Let’s get into EMA’s new record, Return To The 37th Chamber. Truth & Soul is now Big Crown. Obviously you have an affinity for the Wu. You got a break in 2005 when Scion asked you to tour with Raekwon. Did you develop some musical relationships with members of the Wu?
We had a string of concerts with Raekwon which Scion put on and they went over really well. So they started adding other members of Wu-Tang to the shows and we ended up going to SXSW with them and did a show at B.B. King’s. It was billed as El Michels Affair & Wu-Tang but really we were just a backing band.
The instrumentals sounded so cool and kind of different that we decided to put out that one 45 (C.R.E.A.M. b/w Glaciers Of Ice). At the time at Truth & Soul we were selling like 500 copies of a record, but we put that one out and ended up selling like 6,000. So we figured, people want to hear this stuff, might as well do a whole record. That record (Enter The 37th Chamber, 2009) took two weeks to make.
Let’s talk about your favorite Wu albums.
Well, number one would be Enter The 36 Chambers. Definitely in my top-five records of all time.
I’d be curious to hear some of your other favorites.
My other favorite producer is Lee Perry so Blackboard Jungle Dub is up there. James Brown’s box set Star Time, I listened to that for like three years straight. Wait, I gotta think for a second. Another desert island disc is Curtis Mayfield’s Live at The Bitter End, Captain Beefheart’s Safe As Milk.
That’s a good balance.
Yeah, gotta keep it interesting. Wait, that’s not fair. Biggie’s Ready To Die is up there, too.
You mentioned the Wu-Tang debut. What about some other Wu records, solo or otherwise?
Only Built 4 Cuban Linx. Return To The 36 Chambers, the ODB record, is way up there. I love that record. To me, that record is The RZA’s shining moment. It’s so out-there and creative, I can only imagine he basically had limited material from ODB and he made this fucking masterpiece out of it.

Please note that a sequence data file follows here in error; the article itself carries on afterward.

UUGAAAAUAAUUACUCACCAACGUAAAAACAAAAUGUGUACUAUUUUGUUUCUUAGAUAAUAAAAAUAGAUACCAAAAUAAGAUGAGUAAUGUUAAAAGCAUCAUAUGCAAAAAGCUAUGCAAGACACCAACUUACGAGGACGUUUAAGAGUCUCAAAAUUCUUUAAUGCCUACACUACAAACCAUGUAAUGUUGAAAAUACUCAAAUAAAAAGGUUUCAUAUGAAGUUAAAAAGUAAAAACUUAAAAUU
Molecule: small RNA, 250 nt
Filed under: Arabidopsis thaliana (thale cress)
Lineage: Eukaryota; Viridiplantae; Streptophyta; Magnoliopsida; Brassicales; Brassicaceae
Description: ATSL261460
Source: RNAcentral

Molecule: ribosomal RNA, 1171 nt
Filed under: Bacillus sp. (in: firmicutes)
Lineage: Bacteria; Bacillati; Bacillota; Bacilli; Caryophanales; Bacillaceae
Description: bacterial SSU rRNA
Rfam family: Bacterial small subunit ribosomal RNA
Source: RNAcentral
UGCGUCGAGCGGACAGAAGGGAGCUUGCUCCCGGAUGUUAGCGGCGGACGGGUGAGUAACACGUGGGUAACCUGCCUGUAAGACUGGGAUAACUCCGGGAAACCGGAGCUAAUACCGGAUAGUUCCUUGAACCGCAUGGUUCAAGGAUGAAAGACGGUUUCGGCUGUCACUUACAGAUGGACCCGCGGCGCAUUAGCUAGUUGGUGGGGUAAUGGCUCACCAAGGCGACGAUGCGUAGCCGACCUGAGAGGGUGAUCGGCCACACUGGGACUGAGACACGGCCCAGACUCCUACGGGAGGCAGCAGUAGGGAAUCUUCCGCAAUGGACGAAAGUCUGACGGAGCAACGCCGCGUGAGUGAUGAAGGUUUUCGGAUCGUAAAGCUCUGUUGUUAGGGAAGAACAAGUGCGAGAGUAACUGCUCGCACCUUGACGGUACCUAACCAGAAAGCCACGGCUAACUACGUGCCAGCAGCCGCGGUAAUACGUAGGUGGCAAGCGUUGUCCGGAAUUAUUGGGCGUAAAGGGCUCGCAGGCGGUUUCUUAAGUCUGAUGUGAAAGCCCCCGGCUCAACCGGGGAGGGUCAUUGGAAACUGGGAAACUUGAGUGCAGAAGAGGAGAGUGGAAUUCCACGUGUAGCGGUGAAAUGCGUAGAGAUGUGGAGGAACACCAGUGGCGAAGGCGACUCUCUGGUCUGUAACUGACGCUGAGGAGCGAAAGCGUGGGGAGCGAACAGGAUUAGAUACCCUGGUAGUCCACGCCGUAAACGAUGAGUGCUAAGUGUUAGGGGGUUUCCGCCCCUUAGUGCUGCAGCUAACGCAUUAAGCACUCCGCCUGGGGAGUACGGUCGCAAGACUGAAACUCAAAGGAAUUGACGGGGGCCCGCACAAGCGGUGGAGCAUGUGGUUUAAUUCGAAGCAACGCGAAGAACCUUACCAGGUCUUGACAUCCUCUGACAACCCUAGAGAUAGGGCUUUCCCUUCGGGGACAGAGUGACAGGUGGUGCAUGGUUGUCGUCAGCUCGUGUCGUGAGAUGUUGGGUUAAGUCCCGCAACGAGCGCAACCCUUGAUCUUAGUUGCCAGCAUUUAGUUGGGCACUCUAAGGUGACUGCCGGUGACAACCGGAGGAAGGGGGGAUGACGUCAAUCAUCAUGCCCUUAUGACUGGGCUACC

Yeah, I really dig the Lee Fields’ version of “Snakes” on the new EMA record. It’s a little more of an obscure Wu-Tang cut.
Yeah, deep album cut.
I just recently heard the Joe Tex song he’s referencing.
Yeah, it’s essentially a cover of that.
It works real well.
Yeah, on the first 37th Chamber record, I was basically just pulling the (Wu’s) hits. But on this new joint, I just thought about what would be the most fun to cover. So some of that stuff is pretty deep into the catalog. That version of “Tearz,” it does justice to the Wu song but also to the sample. Lee Fields’ take is just brilliant.
Raekwon dropped an album this week. Did you peep it all?
You know, I’ve said this in other interviews. No disrespect to any of the new records, but that record, 36 Chambers, has such a special place for me that I can’t even get outside of it sometimes. It’s so nostalgic that I’m always comparing it to the new records. It’s not fair, but it happens.
The last Wu record (A Better Tomorrow, 2014), I couldn’t even get into it. I would like to hear that Martin Shrekli record though. That whole business…
Yeah [laughing]. Fuck that guy…
What do you think of groups like Badbadnotgood and Will Sessions Band. Do you dig on what they’re doing?
I like Badbadnotgood, they’re one of those groups I’m always Shazam’ing and I’m like, ‘Oh, shit,’ it’s them.
When I first heard Sounding Out The City, I obviously was digging it, but when I heard “Hung Up On My Baby,” the Isaac Hayes cut. I imagine you knew the Geto Boyz Sample.
Yeah, when we cut that record, I figured I heard the Geto Boyz version before I heard the Tough Guys version. That song was essentially a reggae cover of “My Mind Is Playing Tricks On Me.”
Yeah, I can see that’s a lot of what EMA is about, melding a hip hop version with its source material. That’s kind of the whole thing there.
Leon Michels will be at Coachella 2017 backing Lee Fields & The Expressions.